20 Apr 2012


Artist once known as Cat Stevens explains why he left music, why he returned and why his latest project tops the rest.
Malika Bilal Last Modified: 18 Apr 2012 10:35 Edited SWTR 20/4/2012

Yusuf is currently working on a musical featuring songs he wrote as Cat Stevens 

 It's a Musical Fantasy. Set to premiere in Australia on May 31, the production is a mix of the artist's hits from the 1970s with a string of fresh songs penned for the play.

The musical represents a summit of sorts - topping a controversial career that has seen Yusuf go from triple-platinum award winning musician to a man on the verge of abandoning his craft forever.

 He says at one point, perhaps music was his my religion. For a lot of us growing up in the West in the early '60s and then '70s, music was a way of life. It was a way to express ourselves. I was a serious dreamer and I was looking for the truth.
Then he finally bumped into Islam through a gift of the Quran, he realised that all the answers I needed were there.

 So he trod very carefully. He decided because of the almost insulting approach that the media took to him about embracing Islam that he had had enough of that, so he didn't bother to continue.

It was his son who finally brought guitar back into the house. When he picked it up, he suddenly realised he had another job to do.

His son didn't say anything. He just left it, and he was surprised that he remembered where his fingers should go.

What would he tell other Muslims who have a passion for music but are also trying to walk this line - this schizophrenia of sorts that oscillates between 'music is good' and 'music is forbidden'?

Well as far as sacred texts are concerned, they cannot be ambiguous he says. There are no gray areas. When it comes to music, there is no word 'music' in the Quran.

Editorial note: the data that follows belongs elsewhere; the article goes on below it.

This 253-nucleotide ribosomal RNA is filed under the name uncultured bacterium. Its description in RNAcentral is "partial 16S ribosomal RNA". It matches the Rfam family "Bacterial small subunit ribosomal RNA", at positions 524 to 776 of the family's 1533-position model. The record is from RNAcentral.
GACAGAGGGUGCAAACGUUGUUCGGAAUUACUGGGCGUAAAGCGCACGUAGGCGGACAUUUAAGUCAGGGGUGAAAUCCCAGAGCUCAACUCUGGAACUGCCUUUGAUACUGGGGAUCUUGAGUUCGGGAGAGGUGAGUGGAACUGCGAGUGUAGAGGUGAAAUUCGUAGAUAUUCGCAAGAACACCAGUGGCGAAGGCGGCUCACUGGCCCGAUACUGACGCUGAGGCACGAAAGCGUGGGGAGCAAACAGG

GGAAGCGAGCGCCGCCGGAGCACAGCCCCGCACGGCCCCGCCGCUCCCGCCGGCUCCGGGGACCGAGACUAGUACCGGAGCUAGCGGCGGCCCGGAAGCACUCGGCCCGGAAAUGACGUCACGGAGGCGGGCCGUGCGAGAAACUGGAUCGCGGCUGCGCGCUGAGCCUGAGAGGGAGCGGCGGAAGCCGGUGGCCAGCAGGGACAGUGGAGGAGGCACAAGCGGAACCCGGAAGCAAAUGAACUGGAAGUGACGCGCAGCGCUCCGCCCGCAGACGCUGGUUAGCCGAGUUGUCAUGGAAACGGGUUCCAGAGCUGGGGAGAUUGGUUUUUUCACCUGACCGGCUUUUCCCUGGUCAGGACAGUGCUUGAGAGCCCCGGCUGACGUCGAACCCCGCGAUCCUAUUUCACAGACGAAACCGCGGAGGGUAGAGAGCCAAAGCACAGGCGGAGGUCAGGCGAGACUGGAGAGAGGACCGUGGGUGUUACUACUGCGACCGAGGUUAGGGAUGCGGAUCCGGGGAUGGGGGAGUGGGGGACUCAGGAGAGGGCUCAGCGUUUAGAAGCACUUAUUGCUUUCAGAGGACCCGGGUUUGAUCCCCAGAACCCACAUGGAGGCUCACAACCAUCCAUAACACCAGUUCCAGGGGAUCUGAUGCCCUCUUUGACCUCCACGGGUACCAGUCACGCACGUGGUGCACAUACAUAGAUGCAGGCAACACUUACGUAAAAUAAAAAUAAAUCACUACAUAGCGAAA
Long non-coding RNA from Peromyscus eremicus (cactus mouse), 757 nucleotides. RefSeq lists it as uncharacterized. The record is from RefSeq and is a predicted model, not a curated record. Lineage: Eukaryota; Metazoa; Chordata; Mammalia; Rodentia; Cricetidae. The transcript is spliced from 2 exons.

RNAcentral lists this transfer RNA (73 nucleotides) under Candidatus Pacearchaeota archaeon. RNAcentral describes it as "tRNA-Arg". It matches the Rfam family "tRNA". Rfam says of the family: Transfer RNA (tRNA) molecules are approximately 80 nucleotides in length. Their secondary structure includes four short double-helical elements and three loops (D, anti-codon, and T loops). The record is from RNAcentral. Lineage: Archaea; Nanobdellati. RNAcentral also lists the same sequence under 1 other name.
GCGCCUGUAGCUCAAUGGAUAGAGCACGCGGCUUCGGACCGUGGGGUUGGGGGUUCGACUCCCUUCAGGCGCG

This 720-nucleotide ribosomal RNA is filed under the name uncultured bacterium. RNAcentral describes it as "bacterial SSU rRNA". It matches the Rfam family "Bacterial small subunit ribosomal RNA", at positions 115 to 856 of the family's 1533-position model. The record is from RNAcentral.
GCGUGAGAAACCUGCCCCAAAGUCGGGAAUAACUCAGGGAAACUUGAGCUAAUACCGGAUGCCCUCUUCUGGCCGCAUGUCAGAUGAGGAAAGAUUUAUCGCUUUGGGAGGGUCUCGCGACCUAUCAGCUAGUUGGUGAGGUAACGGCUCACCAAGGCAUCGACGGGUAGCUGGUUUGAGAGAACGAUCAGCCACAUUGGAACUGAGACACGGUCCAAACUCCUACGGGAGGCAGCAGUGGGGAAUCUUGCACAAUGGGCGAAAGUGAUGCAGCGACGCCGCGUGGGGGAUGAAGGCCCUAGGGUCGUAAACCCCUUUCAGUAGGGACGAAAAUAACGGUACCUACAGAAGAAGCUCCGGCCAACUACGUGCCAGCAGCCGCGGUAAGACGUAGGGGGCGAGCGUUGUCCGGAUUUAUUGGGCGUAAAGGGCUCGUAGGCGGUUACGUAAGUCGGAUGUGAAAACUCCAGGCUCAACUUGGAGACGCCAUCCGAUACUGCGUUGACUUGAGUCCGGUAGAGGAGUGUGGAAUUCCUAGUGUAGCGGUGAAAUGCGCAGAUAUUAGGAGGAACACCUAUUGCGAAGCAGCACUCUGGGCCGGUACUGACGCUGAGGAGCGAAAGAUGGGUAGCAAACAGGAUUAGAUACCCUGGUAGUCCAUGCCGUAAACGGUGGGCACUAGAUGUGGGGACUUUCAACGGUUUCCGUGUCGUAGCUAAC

Obviously there are insinuations and implications and situations where music is being played and its haram because there’s drinking and fornication - well that’s sex, drugs and rock and roll.

But in the end, it is the interpretation. So yes, I believe there is haram(bad) music and yes, I believe there is halal (permitted) music.

Is there an over-arching theme in his music or an outward meaning of his songs he wants to convey?

Yes he says: He tells stories. He tries to tell true stories. It's about how people live and what their problems are - how we love and fall into trouble and bleed and laugh. That’s ended up being the theme of his musical that he's writing and that he's going to put on in Australia at the end of May.

It's all to do with journey he says. There are only two types of stories: those about leaving home and those about coming back.

So where did his idea for this musical Moonshadow come from?

He says: I grew up on the West End of London surrounded by theaters and musicals and always dreamt of writing a musical. It happens that now I have the perfect opportunity, after having written so many songs.

It's a story about a world where there’s no sun and no day, only night. There's only one moon providing natural light.
That means everybody has to work extra hard to buy these embers to keep their houses warm.

In the middle of all this, there's a boy who has a dream about another world - the World of the Lost Sun, called Shamsiya. He meets his moon shadow and he decides to go on a journey to find that World of the Lost Sun.

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